The Murray State Office of Regional Outreach has decided to allocate $158,000 in area grants aimed toward educational development and non-profit organization support.
An advisory council made up of representatives from the University’s 18-county service region recommended the project grants after a meeting late last month where they reviewed multiple project proposals. Through the process, representatives sought to identify projects that aligned with the council’s four main goals of educational attainment, job creation, collaborative partnerships and quality of life.
Thus far, the council has selected 10 projects totaling at $158,265. That leaves enough money for the council to continue granting programs in the future.
One project among the most recent funded by the council includes a partnering of six United Way non-profit volunteer organizations in western Kentucky. The website, “Get Connected” will connect volunteers with organizations they seek to benefit.
Aaron Dail, executive director of the United Way of Murray-Calloway County said he was happy to hear that the Office of Regional Outreach would fund the proposal. The survival of the project depended on a full $12,800 grant – otherwise, Dail said, the project could not go forward.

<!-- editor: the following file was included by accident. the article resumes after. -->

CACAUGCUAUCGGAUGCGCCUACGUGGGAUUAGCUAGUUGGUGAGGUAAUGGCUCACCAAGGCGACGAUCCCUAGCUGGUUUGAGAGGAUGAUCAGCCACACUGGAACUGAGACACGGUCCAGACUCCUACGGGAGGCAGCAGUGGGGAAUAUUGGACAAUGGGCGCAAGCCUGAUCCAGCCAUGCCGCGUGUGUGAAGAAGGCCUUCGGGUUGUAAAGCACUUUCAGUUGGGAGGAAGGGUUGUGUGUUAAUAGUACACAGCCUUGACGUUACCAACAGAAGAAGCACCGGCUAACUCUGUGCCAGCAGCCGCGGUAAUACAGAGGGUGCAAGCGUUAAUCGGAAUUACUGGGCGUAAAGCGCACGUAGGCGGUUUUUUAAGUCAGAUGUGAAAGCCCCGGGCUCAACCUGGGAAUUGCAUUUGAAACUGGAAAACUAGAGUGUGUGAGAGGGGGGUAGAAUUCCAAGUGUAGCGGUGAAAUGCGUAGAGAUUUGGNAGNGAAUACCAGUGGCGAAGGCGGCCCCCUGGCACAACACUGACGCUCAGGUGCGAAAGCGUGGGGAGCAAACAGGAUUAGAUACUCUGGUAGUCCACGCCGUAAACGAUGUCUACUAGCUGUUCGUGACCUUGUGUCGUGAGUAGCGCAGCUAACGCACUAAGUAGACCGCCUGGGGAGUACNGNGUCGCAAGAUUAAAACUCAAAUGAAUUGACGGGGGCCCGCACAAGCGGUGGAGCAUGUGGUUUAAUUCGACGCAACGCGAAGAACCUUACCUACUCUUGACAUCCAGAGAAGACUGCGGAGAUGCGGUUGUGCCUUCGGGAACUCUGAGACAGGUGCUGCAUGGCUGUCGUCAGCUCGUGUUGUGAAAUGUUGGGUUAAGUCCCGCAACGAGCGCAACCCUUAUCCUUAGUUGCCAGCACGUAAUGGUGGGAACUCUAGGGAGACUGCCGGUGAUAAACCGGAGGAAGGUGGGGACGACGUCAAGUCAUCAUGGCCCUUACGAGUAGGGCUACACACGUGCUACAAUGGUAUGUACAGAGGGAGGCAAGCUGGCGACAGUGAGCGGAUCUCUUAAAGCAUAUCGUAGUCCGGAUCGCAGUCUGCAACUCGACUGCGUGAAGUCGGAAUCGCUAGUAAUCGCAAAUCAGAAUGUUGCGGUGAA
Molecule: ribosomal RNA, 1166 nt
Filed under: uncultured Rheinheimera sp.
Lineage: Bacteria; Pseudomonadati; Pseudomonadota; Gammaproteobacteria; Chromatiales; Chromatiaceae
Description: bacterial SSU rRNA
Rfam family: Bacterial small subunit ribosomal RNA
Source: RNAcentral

“It wasn’t going to happen,” Dail said. “it was really a save the day kind of thing for Regional Outreach to make it happen. It created more flexibility for the six United Ways to do this.”
Dail said many volunteers have the energy to put work in but the collaboration in the “Get Connected” website will put the puzzle pieces together.
We saw a huge opportunity,” he said, “and thankfully, so did Regional Outreach.”
It is common for Regional Outreach to fund seed money that will allow projects to continue to begin and gain sustainability over the years.
The Office of Regional Outreach, which began in 2007, has seen its budget slowly dwindle while requests have only increased. The funds come at a time while Murray State is amidst a series of meetings by budget proposal teams initiated by President Randy Dunn. The teams were founded to prioritize programs across the University that are willing, meaning cuts could be on the way for programs University-wide. Last week’s grants are a positive sign to the community that, while Murray State may be hurting some for money, it is always willing to give to the community in which it is housed.
The advisory council, founded to allocate funds appropriately to benefit projects in the most utilitarian way will meet again Oct. 26 and will entertain additional funding projects. Proposals can be submitted online at murraystate.edu/outreach.
Story by Austin Ramsey, Editor-in-Chief.